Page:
"Whether it was a penalty and a few miscues, you've just got to overcome some things and do what you have to do," said Hoyer.
Miles Austin is the real deal
No official statistics will be distributed from the Browns' scrimmage. Numbers won't be necessary to gage Miles Austin's impact in the passing game.
On Saturday, the 30-year-old receiver was arguably the most consistent player on the field. He was getting open on Pro Bowl cornerback Joe Haden, gashing zone defenses and running well with the football after the catch.
"We're not at our peek, obviously," said Austin, who wants to see improvement from himself and the rest of the offense. "But I think we shouldn't be at our peek right now, anyway. We should be continually getting better each day and each week."
Pettine had praise for the deceptive way Austin gets in and out of breaks on his routes. The Browns' head coach also thinks Austin's size (6-foot-2, 215 pounds) makes cornerbacks defend him differently. Hoyer seconded those sentiments.
"Miles has been great," said Hoyer. "A guy, who has been in the Pro Bowl, comes in. He knows how the game is played. He knows how to approach everything. He works really hard and he's always trying to improve. We're always talking, and he always almost gets down on himself too much. I'm like, 'Dude, I know you're a good receiver.' I've developed a good relationship with him. I think he's looked great."
Theme of the summer: the defense looks sharp
On the very first play of the scrimmage, safety Donte Whitner blitzed right up the middle and tagged Hoyer in a matter of seconds for a sack. The Browns lined up with four down-lineman on several occasions, presenting some confusing fronts for the offensive line. Coverage inside the red zone was spectacular. And there were a ton of tipped passes at the line.
Notable players on defense:
Jacobi McDaniel: The rookie defensive lineman tipped a pass that led to Barkevious Mingo's interception (much more on that later). A strong and squatty 6-foot, 293-pounder, McDaniel was also a disruptive plug, slowing down the Browns' run game several times.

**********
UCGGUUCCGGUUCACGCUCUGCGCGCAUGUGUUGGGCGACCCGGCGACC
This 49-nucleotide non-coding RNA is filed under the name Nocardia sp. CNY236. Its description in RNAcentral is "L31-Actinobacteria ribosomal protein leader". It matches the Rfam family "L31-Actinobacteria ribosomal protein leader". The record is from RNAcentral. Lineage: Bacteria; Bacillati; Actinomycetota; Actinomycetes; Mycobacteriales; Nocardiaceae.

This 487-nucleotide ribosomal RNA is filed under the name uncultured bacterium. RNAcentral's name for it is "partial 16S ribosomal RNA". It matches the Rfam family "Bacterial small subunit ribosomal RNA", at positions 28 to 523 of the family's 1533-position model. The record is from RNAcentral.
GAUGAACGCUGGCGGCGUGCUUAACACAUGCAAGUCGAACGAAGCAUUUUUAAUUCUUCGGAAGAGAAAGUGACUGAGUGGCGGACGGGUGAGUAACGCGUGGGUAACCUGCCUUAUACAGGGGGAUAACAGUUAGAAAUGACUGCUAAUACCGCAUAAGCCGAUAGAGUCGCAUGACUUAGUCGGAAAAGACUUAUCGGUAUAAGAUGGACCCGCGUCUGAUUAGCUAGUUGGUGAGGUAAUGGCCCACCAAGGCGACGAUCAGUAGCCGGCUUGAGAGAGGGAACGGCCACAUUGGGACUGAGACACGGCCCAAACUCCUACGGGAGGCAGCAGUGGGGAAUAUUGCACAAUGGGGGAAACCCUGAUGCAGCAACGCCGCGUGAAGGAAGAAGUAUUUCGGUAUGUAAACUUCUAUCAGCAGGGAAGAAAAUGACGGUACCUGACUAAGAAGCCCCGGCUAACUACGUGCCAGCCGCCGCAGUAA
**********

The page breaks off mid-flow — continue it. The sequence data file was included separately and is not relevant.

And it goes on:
Jordan Poyer: Filling in at free safety for the injured Tashaun Gipson (knee), Poyer was aggressive. Twice he met receivers in mid-air, colliding with them and knocking the ball away. Gipson's starting spot is locked up – he posted five interceptions in 2013. But with this strong performance and the addition of Jim Leonhard, safety might be challenging the defensive line as the deepest unit on the roster.
Jabaal Sheard: Pound-for-pound, he's the most athletic player on the field. On Saturday he lived in the backfield. We recommend reading our profile on his potential breakout season.
News and nuggets
*Jordan Cameron was held out of most of the scrimmage (shoulder) for precautionary reasons
*Billy Cundiff drilled a 53-yard field goal. He told me he's been able to work on some different things, like long distance kicks, without having another kicker he's battling in camp.
*"I just thought the physicality was good," said Pettine. "I could stand behind it. It was just like the first day in pads – I wanted to hear it from our guys, even though it was against each other."